In telling this story, Koschnik justly claims to be adding to the history of Federalism. That is, the early members of Philadelphia associations support the view that Federalists continued to compete politically well after Thomas Jefferson's inaugural in 1800, but, then, he shows how a younger generation founded and supported cultural associations well after they abandoned explicitly political ambitions. He adds an introductory chapter to the history of voluntary associations by showing how some of the first examples in Philadelphia were formed to engage in partisan political activity. He adds a new dimension to the picture of the civic culture of early national Philadelphia painted by recent work on newspapers and public political celebrations by showing how partisan editors reported and supported (or criticized) the year-round activities of the societies that marched come parade-time. In describing the specific ward-level activities of partisan associations, Koschnik addresses and helps resolve the longstanding question as to whether the political "factions" of the first generation of Americans truly did constitute political parties. Koschnik is not doctrinaire, but he does clarify the issue by showing the multilevel workings of partisan groups with fairly consistent principles and personnel. In a sense, he shows how the voluntary associations of these partisan Philadelphians allowed them to have their party and deny it too. By describing the mutual finger-pointing and conflicts between these groups, he adds complexity to our picture of the evolving public sphere in postrevolutionary Philadelphia.
Koschnik might have enriched his interpretation further had he carried out more direct comparison of the Federalist and Republican associations of the 1790-1815 era. Did both sides use the same language of fraternalism that he notes in describing the Republican societies, for example, or did the views of the associations and militias reflect larger political and social divisions? He might also have compared the cultural institutions founded by Federalists with other Philadelphia institutions founded by voluntary groups at the same time. He briefly mentions, for example, but does not dwell on, the group that established the Philadelphia Waterworks. He does not mention the religious societies that proliferated in this period and provided an avenue for greater female participation in the public sphere. He acknowledges female support of Federalist activities, but only in passing. To be sure, Koschnik is simply trying to tell the story of the connection between parties and associations in Philadelphia, but that story might have been even more compelling were it set against a larger landscape that included gender and religion. More attention to class might have allowed Koschnik to connect his young Federalists with the would-be aristocrats that emerge in Daniel Kilbride's recent An American Aristocracy: Southern Planters in Antebellum Philadelphia (2006). Filling in this background might have forestalled nagging questions that occur when one reads his discussion of persisting Federalist power in founding exclusive cultural institutions. If they were so new and so exclusive, just how important were these institutions at the time? Might this form of association constitute withdrawal as much as assertion of civic leadership?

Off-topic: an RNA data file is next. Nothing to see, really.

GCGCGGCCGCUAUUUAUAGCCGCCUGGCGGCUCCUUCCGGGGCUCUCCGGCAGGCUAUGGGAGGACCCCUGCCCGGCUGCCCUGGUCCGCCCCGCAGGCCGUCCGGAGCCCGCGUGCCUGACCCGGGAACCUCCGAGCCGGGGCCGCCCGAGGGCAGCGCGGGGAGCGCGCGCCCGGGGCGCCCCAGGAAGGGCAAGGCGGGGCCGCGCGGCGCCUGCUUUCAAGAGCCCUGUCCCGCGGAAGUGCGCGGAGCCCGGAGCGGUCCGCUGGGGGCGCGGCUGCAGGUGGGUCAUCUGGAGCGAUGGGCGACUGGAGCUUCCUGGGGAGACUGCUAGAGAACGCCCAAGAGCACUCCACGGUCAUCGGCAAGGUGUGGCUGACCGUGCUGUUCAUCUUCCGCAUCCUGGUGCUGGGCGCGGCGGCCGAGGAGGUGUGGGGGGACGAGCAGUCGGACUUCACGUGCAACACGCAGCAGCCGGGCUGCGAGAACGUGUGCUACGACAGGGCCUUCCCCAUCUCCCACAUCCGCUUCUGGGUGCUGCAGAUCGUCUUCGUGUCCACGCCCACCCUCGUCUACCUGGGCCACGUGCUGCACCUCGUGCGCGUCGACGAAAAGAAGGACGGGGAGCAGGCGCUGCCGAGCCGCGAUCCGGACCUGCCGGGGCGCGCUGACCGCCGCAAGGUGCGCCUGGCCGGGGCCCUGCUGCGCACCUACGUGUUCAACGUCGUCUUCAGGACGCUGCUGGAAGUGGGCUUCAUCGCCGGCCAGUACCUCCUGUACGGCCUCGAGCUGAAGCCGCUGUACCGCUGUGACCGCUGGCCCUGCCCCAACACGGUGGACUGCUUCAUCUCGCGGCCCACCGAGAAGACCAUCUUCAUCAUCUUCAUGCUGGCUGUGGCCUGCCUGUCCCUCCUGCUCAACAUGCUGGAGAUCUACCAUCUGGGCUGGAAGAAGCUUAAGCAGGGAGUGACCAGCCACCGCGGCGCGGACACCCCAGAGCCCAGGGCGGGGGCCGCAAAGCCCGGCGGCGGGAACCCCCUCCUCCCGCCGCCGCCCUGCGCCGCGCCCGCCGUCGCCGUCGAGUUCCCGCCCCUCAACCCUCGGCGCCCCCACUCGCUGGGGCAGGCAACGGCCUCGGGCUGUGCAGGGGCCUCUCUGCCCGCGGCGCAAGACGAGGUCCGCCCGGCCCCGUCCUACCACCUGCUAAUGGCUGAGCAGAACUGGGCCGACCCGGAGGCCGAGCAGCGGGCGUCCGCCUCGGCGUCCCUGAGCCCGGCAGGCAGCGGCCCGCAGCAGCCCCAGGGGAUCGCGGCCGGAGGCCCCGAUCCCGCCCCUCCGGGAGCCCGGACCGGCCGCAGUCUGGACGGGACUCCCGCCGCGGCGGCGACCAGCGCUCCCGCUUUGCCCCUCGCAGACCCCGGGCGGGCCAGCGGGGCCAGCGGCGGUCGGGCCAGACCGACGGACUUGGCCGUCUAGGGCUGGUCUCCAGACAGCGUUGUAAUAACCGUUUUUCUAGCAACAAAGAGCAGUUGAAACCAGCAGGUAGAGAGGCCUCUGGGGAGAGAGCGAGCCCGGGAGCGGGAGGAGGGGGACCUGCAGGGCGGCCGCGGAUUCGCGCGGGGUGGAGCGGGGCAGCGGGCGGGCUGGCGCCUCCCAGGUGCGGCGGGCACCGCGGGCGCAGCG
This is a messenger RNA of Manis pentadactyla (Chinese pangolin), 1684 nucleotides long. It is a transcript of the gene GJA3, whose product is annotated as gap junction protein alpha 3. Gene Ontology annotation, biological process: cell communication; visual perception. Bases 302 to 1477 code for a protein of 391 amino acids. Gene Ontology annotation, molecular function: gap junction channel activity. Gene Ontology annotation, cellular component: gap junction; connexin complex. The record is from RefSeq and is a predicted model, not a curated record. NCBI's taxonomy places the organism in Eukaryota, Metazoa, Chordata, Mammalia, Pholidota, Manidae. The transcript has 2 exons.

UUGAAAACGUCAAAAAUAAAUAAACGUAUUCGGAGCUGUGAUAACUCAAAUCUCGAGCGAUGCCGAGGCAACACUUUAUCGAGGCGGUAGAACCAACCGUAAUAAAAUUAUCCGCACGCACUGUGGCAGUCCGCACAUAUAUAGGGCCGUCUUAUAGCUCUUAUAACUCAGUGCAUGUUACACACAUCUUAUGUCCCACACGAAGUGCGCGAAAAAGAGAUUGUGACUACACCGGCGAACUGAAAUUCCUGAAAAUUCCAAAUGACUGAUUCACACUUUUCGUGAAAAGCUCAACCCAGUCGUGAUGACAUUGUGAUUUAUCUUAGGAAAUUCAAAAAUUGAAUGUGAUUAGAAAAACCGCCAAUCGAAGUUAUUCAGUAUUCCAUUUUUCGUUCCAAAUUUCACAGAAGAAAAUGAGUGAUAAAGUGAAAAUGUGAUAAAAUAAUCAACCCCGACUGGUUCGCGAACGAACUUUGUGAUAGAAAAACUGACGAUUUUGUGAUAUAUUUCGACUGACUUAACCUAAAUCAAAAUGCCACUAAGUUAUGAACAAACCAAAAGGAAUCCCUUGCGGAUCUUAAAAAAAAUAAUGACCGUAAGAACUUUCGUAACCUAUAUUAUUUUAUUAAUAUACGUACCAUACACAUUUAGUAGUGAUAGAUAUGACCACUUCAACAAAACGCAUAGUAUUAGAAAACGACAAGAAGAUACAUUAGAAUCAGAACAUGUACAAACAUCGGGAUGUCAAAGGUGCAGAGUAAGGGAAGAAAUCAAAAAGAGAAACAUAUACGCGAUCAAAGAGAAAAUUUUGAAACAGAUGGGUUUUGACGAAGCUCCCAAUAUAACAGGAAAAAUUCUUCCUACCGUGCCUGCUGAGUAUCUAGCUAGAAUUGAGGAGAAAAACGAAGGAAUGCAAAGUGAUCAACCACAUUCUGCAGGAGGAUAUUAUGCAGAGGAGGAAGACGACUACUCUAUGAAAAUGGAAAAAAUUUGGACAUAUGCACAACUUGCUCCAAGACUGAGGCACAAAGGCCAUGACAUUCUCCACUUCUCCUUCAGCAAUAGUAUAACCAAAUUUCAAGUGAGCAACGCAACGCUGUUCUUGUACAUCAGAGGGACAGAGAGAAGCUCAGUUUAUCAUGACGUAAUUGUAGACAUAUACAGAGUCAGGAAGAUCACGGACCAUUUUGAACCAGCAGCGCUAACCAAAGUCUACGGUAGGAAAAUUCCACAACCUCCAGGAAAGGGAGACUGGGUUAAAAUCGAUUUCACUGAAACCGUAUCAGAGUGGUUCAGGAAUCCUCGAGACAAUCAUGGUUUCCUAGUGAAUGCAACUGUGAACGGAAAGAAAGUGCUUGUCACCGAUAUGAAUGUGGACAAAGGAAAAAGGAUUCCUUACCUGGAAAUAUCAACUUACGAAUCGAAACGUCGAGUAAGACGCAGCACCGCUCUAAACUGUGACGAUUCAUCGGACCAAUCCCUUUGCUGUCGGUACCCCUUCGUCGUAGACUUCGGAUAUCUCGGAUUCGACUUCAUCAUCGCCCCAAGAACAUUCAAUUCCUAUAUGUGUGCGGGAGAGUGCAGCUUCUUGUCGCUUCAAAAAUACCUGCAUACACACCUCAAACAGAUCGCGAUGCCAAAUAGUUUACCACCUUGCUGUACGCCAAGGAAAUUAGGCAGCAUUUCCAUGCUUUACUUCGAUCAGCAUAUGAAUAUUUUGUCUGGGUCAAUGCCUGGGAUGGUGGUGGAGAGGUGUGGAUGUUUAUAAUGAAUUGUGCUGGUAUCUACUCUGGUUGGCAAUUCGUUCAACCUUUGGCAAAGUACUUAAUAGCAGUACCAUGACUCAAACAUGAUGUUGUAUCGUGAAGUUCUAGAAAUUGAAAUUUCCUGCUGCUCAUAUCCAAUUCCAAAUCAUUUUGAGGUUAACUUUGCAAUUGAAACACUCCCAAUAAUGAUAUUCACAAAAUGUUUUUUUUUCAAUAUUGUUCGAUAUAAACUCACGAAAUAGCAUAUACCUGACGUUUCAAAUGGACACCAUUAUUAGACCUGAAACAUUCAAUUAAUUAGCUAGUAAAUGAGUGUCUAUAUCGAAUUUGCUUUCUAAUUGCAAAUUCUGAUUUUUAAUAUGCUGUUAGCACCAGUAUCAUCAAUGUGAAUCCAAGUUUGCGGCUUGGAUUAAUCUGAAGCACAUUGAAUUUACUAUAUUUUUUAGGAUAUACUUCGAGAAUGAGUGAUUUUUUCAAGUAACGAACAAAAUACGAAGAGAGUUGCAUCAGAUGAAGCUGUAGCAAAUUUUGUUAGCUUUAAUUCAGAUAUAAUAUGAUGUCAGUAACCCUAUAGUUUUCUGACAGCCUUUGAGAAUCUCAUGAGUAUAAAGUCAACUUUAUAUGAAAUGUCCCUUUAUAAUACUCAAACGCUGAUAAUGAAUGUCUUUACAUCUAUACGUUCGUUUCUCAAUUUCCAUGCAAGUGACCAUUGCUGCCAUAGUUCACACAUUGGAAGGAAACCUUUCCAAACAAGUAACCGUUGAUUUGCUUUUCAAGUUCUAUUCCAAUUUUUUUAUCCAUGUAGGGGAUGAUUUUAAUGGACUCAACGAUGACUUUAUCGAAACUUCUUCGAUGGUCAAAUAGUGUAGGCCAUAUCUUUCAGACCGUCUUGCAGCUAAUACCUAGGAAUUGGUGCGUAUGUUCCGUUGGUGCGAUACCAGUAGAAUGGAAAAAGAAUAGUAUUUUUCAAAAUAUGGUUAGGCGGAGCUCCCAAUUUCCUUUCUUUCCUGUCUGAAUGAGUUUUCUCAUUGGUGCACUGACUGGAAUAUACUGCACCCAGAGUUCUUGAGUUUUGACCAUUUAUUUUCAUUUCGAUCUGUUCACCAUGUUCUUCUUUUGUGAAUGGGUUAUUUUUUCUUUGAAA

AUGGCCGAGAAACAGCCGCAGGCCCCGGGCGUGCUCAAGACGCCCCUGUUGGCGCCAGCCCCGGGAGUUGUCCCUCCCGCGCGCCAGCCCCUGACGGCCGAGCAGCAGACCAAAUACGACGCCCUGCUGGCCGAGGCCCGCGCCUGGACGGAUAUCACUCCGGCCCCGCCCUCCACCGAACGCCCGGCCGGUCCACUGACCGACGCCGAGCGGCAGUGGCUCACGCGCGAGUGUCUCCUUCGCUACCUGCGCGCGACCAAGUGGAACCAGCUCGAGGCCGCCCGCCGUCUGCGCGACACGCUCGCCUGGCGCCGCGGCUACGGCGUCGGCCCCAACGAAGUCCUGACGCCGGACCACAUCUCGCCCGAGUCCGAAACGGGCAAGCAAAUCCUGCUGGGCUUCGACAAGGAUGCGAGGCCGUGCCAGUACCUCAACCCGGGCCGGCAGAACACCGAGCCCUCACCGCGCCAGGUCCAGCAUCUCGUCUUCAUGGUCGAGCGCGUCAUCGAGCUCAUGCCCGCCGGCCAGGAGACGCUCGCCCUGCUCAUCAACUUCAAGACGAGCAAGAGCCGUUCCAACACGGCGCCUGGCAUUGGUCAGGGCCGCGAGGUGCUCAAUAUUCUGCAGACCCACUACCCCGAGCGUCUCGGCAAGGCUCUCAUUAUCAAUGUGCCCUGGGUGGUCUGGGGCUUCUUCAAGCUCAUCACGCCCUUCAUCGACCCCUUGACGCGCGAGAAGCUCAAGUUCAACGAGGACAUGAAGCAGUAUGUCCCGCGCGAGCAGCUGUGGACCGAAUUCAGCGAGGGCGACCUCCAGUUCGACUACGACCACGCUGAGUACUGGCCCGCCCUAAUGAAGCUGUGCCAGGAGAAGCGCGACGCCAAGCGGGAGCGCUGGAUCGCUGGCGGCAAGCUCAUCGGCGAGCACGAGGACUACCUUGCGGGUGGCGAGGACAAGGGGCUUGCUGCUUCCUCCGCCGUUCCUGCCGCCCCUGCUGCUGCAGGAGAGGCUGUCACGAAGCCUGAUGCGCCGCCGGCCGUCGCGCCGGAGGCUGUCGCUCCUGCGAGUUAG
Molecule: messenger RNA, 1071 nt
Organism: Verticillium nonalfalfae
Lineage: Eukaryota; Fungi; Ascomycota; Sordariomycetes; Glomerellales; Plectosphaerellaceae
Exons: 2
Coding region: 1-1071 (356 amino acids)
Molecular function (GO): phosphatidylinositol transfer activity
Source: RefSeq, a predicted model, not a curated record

While some aspects of the social and political context remain out of focus, Koschnik's tale of partisan association is useful to urban historians. Koschnik's analysis begins at a time when Philadelphia was the nation's largest city as well as the capital and the center of publishing. He gives fascinating glimpses of partisan militias maneuvering on the streets. His detailed discussion of the various associations will be useful to those studying social and political networks in early national Philadelphia. His description of the cultural institution building of young Federalists helps explain the genesis of some of the city's most important and long-lived institutions. The book will also be useful to compare with the social and political evolution of other early American cities, especially Philadelphia's immediate rivals, Boston and New York City. In his brief concluding discussion, Koschnik offers a starting point for this comparison as to how the various elements he examines played out differently in those places. He contrasts the disconnect that grew between political and cultural leadership in Philadelphia with the persistence of elite control of both spheres in Brahmin Boston. He demonstrates that New York leaders focused on the political sphere alone, leaving the founding of major cultural institutions to later periods. Urban historians might wish that he had pursued his comparison further, but his observations remain a useful place to start.
Koschnik is explicit about how his findings contribute to and modify existing scholarship. The book features clear jargon-free writing with lots of helpful argument signposting, including useful summaries at chapter heads. Koschnik's painstaking detail demands careful reading, but represents necessary tilling of new ground. The style is likely a shade too dense for average undergraduate tastes, but early national urban, political, and cultural historians will find this exhaustively researched book essential reading.
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C. Dallett Hemphill. Review of Koschnik, Albrecht, "Let a Common Interest Bind Us Together": Associations, Partisanship, and Culture in Philadelphia, 1775-1840.